That is already 23 characters and can easily match a different thesis authored by a Jones. We had to accept a small amount of these as the price for sufficient correct matches, and the time taken to manually check theses with multiple links was quite small.

If you look at our listings now you will see lots of links, but perhaps not 70% of the 22,000 theses in our listing. There are two more caveats here, to do with the scope of EThOS. EThOS does not list non-doctoral theses, such as an M.Phil., but BHO does: these will never match. Equally, BHO lists theses awarded in Ireland, but EThOS confines itself to theses awarded in the UK, so these too will never match. We think that 70% of matchable theses have been matched: that’s just short of 11,000 thesis records in total.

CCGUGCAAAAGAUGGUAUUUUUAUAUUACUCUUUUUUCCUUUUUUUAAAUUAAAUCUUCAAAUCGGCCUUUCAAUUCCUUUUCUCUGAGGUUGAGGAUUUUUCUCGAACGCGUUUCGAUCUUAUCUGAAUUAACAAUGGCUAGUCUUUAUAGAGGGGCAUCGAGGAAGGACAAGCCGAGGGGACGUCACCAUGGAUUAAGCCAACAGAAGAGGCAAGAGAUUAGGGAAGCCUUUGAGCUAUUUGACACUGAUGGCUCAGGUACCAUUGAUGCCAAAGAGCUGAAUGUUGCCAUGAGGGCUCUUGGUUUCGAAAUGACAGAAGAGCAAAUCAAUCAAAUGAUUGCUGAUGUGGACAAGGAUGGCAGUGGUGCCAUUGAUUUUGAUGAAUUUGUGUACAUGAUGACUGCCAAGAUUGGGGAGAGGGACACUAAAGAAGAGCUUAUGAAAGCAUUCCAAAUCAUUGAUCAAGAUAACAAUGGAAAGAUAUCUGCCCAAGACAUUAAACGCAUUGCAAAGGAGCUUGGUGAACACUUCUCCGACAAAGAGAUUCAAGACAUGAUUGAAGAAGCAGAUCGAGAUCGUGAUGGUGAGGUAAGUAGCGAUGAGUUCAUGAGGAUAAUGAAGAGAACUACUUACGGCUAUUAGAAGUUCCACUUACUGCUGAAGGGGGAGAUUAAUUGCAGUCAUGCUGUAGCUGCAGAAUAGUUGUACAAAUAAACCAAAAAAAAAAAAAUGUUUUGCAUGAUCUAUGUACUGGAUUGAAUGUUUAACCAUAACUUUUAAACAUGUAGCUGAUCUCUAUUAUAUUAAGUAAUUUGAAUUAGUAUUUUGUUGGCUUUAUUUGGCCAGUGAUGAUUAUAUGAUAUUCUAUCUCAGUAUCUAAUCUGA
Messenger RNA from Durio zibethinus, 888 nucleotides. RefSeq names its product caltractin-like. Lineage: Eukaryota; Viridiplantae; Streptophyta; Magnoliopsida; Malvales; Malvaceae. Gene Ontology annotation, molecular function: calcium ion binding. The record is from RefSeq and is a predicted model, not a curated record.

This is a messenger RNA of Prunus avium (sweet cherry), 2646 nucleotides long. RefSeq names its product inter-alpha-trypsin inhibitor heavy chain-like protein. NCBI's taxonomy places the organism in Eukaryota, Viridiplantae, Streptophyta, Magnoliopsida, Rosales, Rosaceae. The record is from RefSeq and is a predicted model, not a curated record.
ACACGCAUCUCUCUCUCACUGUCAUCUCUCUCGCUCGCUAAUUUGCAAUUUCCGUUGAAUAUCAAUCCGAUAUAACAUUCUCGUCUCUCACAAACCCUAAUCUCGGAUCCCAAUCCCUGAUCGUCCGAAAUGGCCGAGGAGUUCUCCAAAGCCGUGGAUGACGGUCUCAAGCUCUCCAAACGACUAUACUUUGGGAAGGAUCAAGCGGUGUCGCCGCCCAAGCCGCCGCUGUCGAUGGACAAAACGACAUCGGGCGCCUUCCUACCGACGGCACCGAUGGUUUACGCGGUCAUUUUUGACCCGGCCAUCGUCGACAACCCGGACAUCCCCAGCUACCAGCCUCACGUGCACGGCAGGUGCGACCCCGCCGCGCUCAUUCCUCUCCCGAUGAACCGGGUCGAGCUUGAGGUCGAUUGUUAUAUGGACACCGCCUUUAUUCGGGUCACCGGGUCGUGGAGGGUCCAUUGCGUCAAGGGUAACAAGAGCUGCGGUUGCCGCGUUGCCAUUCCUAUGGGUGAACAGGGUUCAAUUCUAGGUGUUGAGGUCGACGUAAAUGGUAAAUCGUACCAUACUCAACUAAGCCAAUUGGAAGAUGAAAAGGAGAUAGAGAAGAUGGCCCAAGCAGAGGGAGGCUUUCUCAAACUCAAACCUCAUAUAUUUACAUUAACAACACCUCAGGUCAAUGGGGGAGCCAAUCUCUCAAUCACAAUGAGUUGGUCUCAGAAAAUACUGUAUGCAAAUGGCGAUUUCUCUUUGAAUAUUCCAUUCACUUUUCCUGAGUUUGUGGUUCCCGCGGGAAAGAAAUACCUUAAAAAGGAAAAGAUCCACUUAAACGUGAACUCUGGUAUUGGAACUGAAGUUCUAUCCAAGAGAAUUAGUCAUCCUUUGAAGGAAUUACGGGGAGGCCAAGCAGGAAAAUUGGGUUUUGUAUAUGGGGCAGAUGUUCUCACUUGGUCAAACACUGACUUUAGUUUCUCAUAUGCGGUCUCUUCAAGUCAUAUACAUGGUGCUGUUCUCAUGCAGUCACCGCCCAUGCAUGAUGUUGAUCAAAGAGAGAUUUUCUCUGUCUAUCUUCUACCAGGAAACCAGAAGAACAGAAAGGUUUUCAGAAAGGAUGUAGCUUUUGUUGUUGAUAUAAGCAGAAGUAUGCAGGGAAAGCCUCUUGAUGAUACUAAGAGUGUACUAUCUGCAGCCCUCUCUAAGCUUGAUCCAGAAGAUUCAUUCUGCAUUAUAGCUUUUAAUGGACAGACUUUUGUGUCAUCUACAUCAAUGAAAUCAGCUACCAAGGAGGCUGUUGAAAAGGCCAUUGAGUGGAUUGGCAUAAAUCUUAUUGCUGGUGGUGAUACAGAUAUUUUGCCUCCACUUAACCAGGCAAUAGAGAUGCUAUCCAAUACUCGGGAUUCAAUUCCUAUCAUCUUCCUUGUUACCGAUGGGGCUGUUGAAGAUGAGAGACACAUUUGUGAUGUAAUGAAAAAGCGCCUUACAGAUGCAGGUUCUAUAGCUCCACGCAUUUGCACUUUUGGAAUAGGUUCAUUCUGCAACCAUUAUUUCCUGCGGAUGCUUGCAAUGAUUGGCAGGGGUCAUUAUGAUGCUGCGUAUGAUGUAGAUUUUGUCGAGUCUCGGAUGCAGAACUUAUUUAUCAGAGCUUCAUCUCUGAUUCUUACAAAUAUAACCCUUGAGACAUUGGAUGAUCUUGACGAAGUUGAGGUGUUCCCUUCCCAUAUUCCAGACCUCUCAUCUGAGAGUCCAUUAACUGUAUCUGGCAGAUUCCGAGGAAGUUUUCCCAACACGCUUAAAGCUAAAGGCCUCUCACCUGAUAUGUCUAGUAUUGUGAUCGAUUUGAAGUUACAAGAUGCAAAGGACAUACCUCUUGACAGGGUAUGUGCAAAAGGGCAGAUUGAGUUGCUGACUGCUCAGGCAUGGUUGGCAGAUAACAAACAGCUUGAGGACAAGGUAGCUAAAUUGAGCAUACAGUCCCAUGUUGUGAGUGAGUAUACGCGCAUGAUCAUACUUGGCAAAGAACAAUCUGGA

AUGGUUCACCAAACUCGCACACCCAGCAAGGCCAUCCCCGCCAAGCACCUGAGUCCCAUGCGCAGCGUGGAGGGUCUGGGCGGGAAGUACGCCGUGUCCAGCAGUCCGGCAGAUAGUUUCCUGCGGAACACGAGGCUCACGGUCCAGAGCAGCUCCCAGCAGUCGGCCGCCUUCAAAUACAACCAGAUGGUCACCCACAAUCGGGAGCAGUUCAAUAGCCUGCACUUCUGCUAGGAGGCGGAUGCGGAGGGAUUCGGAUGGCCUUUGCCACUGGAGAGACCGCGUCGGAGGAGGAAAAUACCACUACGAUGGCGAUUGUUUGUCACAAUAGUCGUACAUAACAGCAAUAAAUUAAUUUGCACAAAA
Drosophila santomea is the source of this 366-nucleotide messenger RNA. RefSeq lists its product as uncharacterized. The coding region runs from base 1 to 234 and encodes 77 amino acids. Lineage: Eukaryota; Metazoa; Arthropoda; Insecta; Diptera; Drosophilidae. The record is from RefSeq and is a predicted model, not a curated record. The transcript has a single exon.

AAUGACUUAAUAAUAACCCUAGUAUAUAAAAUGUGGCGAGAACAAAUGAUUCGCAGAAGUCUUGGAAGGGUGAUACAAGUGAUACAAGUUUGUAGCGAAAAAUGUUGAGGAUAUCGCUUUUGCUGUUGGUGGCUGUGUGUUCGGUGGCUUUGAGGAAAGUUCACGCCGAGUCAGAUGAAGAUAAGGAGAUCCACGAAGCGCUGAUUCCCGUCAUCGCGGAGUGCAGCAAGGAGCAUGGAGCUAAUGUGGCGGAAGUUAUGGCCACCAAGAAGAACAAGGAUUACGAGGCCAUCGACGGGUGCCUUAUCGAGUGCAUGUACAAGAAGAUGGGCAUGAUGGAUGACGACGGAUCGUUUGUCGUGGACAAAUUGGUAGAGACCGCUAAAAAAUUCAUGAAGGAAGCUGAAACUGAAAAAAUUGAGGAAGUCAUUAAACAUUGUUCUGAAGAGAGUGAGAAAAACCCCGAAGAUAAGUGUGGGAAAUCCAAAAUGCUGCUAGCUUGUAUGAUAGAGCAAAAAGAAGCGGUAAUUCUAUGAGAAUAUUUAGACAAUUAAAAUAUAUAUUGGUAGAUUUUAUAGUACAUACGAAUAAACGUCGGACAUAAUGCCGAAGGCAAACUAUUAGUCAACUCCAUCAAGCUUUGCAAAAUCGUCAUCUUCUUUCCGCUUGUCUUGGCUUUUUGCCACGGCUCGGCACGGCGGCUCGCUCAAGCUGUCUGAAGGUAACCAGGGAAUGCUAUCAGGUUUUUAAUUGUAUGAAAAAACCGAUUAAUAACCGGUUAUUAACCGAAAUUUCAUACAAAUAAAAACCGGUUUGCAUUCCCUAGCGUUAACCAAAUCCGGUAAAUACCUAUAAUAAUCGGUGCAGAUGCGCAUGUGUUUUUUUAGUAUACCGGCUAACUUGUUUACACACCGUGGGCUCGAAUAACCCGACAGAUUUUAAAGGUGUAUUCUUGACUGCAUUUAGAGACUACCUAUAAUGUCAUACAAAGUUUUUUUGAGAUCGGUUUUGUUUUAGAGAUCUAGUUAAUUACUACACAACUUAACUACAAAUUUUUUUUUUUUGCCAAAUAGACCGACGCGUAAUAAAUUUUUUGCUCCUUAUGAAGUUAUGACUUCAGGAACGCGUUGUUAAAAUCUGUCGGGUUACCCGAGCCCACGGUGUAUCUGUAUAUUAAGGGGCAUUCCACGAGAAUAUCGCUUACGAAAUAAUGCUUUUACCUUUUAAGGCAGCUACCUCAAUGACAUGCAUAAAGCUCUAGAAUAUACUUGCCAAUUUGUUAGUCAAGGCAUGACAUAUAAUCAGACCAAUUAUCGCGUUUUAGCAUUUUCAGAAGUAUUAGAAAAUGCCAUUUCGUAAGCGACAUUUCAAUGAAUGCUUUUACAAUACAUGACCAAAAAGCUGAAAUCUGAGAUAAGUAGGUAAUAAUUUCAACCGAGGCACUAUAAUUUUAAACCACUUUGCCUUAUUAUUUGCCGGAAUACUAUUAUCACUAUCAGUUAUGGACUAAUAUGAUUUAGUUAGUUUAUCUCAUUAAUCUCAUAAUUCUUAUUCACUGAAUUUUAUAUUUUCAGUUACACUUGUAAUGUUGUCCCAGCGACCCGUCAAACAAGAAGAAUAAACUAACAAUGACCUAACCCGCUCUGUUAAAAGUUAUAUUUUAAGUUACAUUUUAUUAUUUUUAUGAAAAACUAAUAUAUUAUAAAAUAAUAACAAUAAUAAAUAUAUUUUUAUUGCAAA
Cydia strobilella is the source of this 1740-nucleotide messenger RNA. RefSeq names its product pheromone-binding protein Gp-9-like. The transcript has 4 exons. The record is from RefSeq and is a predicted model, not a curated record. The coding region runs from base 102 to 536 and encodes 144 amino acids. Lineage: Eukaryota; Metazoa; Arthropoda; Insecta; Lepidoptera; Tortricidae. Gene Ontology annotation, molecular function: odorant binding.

So if you don’t find an EThOS link on one of our PhD listings it’s still worth looking yourself: there’s a good chance you will find it on EThOS. If you do, please contact us and send us a link so we can add it.

Where we have identified a match and added a link it’s now possible to move swiftly to the full text of your chosen thesis where this is provided on EThOS. In the example below (from our list of theses awarded in 2011) you’ll see links to 5 of the 6 titles (the missing link here is a York MA thesis which isn’t included in EThOS).


Extract from the BHO’s listing for 2010 theses



EThOS records—especially for recent theses—typically provide an abstract, so you can get a sense if it’s useful for your research. Many BL records also provide follow-on links to a copy of the dissertation itself, as for Dr Alison Ronan’s 2010 Keele thesis, ‘A small vital flame: anti-war women’s networks in Manchester, 1914-18’.


The BL’s EThOS record for Alison Ronan’s 2010 PhD thesis.